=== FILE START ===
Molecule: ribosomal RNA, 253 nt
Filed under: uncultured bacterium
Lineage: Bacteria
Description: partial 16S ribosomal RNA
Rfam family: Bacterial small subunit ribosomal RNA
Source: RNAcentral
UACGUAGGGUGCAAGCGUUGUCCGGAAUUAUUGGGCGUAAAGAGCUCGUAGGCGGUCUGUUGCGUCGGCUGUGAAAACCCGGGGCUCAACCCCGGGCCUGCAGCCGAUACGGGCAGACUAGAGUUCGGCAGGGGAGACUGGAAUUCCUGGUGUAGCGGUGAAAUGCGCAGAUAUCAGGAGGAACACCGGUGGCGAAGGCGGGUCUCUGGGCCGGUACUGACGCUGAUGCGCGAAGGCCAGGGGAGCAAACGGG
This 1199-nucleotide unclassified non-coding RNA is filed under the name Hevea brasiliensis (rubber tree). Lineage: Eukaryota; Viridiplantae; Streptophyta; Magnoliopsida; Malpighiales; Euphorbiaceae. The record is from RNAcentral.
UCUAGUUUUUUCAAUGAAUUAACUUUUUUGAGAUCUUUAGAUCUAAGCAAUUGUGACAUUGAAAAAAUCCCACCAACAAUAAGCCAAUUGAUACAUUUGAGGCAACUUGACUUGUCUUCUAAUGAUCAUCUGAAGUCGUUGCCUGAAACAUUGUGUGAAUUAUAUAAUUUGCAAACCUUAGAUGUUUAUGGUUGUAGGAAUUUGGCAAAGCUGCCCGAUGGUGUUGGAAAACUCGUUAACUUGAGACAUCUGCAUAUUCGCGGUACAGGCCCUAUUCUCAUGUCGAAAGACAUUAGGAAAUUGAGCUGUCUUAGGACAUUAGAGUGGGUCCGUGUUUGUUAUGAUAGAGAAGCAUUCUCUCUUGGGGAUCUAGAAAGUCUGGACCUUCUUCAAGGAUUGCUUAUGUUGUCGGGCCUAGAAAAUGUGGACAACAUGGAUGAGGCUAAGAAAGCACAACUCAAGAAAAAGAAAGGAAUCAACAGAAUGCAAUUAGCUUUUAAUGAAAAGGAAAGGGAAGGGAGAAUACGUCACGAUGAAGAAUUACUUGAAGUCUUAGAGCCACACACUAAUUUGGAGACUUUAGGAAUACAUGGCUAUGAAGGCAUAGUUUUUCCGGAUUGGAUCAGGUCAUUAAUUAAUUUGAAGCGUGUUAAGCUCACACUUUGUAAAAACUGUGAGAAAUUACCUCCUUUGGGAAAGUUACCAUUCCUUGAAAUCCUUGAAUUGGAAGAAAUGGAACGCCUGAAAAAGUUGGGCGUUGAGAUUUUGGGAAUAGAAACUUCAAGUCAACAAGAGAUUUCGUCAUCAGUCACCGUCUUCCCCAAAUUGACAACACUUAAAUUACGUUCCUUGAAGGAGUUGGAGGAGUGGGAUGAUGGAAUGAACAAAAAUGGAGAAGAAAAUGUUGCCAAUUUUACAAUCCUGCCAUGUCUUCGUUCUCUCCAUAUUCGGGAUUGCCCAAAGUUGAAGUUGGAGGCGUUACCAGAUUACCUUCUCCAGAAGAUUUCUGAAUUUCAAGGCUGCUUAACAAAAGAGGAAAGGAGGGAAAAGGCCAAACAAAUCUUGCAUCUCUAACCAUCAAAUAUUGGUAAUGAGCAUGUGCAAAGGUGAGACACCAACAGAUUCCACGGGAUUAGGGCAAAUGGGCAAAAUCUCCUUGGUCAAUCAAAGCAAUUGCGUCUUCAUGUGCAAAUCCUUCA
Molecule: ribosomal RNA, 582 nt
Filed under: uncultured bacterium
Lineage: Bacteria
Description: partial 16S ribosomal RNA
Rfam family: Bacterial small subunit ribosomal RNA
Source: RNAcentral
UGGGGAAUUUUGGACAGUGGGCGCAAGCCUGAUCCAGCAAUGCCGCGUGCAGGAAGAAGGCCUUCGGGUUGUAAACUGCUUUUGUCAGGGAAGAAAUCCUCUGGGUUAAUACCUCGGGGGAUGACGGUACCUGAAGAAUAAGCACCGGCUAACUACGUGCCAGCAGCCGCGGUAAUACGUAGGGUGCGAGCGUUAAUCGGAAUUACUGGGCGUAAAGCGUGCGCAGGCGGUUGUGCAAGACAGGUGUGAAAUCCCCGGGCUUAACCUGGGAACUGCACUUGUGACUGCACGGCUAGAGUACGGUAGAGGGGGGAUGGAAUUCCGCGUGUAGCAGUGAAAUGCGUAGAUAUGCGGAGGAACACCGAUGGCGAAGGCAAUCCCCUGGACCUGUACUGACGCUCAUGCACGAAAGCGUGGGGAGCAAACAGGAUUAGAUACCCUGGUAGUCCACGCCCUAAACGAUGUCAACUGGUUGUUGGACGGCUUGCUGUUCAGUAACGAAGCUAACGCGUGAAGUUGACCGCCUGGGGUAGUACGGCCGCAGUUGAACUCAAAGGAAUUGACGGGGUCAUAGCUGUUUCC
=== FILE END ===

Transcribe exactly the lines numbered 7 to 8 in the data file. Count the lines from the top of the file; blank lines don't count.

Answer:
UACGUAGGGUGCAAGCGUUGUCCGGAAUUAUUGGGCGUAAAGAGCUCGUAGGCGGUCUGUUGCGUCGGCUGUGAAAACCCGGGGCUCAACCCCGGGCCUGCAGCCGAUACGGGCAGACUAGAGUUCGGCAGGGGAGACUGGAAUUCCUGGUGUAGCGGUGAAAUGCGCAGAUAUCAGGAGGAACACCGGUGGCGAAGGCGGGUCUCUGGGCCGGUACUGACGCUGAUGCGCGAAGGCCAGGGGAGCAAACGGG
This 1199-nucleotide unclassified non-coding RNA is filed under the name Hevea brasiliensis (rubber tree). Lineage: Eukaryota; Viridiplantae; Streptophyta; Magnoliopsida; Malpighiales; Euphorbiaceae. The record is from RNAcentral.